Every week during the Four nations tournament, FOGS director and Australian Rugby League team manager Gavin “Jed” Allen has been filing his account of life inside the Kangaroos camp. Here is his fourth and last installment, after Australia’s loss to New Zealand at Suncorp Stadium. Everyone at fogs.com.au would like to thank Jed for filing his Kangaroo Diary during the course of this year’s Four Nations tournament.
Well, as you can imagine, she was a pretty somber old dressing room after the game on Saturday night.
It was a really deflating experience, knowing how much hard work had gone into the build-up to the final, how well they had performed and how much effort had been spent, to see it all unravel in the last two minutes of the tournament.
I think that was what it came down to really. For 78 minutes, the Kangaroos played well and looked in control. But the last two minutes things got away from them a bit, and unfortunately, they were the most important two minutes of the entire series.
The Kiwis did really well, you’ve got to give it to them. They had a pretty smart game plan worked out where they would take us on up the middle and tire us out. Then in the last 10 minutes or so, they threw all their little blokes back into the action and tried to run the Aussies off their feet.
And that is exactly what they did.
Tim Sheens didn’t say a lot to the boys afterwards, I guess there wasn’t a hell of a lot to say. They tried, they got beaten by the better team on the day. What else needs to be said.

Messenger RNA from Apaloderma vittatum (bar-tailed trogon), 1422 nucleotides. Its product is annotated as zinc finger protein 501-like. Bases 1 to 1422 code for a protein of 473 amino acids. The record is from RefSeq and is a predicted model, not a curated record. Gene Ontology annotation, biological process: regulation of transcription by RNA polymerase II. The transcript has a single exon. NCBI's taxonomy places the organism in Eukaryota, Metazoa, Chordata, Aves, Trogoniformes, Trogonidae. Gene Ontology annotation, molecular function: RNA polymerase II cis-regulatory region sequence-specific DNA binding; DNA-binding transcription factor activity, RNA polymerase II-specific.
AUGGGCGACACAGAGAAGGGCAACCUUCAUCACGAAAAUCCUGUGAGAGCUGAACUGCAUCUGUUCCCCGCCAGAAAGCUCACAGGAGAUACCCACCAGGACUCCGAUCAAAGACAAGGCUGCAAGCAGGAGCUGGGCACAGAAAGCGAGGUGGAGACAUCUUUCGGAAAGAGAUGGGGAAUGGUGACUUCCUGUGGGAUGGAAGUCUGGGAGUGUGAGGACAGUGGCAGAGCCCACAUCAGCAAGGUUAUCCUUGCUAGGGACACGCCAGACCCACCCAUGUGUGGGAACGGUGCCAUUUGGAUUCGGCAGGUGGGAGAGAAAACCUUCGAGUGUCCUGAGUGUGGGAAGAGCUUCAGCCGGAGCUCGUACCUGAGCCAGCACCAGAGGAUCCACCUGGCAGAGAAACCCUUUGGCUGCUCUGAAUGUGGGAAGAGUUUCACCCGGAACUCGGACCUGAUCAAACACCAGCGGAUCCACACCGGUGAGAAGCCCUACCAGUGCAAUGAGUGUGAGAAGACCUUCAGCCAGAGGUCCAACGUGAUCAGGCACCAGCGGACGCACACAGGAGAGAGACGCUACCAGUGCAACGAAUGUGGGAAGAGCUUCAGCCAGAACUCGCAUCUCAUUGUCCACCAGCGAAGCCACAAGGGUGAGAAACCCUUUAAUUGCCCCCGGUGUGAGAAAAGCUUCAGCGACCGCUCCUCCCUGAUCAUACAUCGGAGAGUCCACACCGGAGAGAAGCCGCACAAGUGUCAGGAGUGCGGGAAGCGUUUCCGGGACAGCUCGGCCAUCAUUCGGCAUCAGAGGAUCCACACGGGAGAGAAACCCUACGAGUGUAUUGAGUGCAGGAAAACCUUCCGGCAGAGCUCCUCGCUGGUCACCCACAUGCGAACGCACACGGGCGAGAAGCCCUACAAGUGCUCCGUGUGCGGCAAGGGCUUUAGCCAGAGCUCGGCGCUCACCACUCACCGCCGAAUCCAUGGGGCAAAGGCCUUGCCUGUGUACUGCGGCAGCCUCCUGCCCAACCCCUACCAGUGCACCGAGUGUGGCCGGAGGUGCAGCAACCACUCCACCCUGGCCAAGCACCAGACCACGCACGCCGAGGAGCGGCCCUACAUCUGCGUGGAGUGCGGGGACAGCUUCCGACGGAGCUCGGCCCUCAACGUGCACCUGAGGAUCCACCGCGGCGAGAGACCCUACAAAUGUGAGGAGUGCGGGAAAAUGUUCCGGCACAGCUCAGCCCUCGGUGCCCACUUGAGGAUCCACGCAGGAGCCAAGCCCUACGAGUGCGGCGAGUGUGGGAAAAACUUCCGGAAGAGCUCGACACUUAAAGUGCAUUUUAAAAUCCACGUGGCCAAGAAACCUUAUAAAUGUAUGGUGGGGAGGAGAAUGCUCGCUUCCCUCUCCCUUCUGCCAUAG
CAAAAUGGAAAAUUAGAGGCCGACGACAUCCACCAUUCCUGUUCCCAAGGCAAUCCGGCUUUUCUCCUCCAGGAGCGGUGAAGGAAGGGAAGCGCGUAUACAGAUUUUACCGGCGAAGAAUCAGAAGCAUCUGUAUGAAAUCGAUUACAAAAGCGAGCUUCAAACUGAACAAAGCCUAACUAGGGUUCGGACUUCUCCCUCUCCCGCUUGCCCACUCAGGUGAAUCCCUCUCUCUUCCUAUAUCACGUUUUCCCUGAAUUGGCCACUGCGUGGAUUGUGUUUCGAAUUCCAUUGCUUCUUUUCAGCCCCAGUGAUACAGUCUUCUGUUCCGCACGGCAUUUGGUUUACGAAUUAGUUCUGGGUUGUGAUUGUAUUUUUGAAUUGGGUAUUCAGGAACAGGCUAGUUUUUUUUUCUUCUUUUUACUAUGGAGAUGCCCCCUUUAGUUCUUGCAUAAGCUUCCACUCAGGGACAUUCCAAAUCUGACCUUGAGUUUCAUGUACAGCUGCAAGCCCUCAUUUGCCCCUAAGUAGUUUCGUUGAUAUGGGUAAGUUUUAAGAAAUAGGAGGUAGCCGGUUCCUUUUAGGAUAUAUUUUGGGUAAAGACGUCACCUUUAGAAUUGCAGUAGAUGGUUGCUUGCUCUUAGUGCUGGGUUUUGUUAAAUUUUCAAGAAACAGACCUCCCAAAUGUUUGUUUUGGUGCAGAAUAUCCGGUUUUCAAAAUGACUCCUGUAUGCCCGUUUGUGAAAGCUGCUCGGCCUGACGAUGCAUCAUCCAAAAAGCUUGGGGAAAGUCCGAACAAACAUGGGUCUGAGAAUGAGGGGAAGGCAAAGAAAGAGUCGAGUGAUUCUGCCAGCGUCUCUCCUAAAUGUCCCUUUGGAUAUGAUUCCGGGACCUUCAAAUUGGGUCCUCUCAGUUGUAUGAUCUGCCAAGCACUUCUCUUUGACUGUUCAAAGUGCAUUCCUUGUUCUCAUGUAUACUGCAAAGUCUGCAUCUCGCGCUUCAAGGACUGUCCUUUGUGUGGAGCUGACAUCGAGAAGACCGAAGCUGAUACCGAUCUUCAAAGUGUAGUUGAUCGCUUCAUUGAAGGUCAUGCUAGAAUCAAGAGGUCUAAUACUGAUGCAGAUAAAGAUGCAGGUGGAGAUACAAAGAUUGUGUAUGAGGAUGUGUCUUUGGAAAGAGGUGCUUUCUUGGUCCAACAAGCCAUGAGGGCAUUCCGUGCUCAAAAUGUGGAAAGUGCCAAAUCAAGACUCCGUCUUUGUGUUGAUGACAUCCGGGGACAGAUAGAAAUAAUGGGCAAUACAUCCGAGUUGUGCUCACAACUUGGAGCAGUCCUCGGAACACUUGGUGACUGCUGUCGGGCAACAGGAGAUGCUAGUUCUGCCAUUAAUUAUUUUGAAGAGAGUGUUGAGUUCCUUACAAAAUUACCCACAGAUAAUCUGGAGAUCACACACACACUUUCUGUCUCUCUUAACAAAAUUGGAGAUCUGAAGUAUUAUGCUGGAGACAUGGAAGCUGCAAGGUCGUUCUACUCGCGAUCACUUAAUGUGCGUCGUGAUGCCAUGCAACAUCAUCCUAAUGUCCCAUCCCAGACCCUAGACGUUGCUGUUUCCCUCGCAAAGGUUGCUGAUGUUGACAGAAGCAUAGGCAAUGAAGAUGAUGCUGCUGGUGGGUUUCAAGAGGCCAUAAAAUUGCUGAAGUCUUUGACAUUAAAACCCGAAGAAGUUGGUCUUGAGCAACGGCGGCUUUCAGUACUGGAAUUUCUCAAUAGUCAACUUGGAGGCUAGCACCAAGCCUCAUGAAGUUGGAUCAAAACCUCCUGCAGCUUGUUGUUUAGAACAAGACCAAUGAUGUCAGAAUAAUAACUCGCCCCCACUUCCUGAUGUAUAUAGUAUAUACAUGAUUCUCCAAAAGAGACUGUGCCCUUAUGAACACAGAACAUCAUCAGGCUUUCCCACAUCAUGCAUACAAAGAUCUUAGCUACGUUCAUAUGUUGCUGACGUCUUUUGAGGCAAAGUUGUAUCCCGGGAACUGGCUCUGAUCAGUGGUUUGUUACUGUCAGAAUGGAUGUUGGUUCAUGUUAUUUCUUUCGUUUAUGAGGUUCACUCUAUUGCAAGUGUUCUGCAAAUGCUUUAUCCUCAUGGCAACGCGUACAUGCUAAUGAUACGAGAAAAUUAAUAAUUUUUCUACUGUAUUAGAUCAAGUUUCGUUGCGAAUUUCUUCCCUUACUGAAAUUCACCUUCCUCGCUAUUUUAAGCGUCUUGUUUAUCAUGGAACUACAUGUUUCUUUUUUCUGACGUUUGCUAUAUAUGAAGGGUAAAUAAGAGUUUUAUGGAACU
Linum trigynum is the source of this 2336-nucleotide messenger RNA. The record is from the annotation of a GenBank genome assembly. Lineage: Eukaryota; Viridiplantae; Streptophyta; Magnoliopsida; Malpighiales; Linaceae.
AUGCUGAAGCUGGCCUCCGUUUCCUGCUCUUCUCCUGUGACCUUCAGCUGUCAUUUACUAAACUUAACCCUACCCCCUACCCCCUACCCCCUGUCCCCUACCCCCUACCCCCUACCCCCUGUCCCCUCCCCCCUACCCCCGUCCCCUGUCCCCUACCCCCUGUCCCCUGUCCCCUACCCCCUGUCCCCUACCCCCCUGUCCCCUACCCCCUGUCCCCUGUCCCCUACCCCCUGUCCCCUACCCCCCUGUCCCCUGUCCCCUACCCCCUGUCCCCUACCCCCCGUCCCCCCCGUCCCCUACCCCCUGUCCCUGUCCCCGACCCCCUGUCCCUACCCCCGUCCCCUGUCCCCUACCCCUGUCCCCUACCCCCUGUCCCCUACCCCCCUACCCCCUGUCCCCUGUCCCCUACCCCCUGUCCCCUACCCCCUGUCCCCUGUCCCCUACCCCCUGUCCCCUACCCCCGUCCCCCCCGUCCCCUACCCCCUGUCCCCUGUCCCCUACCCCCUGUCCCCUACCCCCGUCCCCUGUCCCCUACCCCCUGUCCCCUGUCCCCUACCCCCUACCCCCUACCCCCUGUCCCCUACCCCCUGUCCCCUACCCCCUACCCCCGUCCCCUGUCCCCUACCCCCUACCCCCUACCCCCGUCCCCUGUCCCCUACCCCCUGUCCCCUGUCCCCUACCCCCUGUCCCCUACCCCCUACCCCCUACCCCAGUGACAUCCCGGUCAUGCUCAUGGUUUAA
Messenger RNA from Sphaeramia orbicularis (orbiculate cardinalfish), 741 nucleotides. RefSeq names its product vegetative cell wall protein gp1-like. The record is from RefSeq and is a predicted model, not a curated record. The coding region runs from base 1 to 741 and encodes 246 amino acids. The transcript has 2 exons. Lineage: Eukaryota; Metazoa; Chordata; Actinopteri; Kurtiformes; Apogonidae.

I mentioned that the dressing room was pretty somber. The reason for that though was not just the result. Obviously everyone involved in the squad was distraught for poor Brent Tate, who wrecked his knee and now faces his third reconstruction in three years.
Anybody who watched the game on television would have seen Tatey in the middle of sheer devastation in the sheds at halftime.
I have to say, I have never seen a player so emotionally destroyed in all my years involved in footy. Having said that, I’ve never seen a bloke have three reconstructions in three years, either.
And not forgetting Luke Lewis either. He is now facing three months of hard work to get himself back on deck.
As you can see, there weren’t a lot of reasons for smiles in the Kangaroo camp, but again being involved with the Australian team was, for me personally, a terrific experience.
It’s always a lot of hard work, especially trying to keep yourself away from the hotel buffets, but it is also really rewarding being around these guys during a campaign.
Anyway, I’ll probably sign off now, seeing as the footy stuff is over and it’s back to normal things like working, and you’re probably not terribly interested in reading about that.
But I hope you have enjoyed reading the little updates from the Kangaroos camp during the Four Nations. It’s been good fun bringing it to you.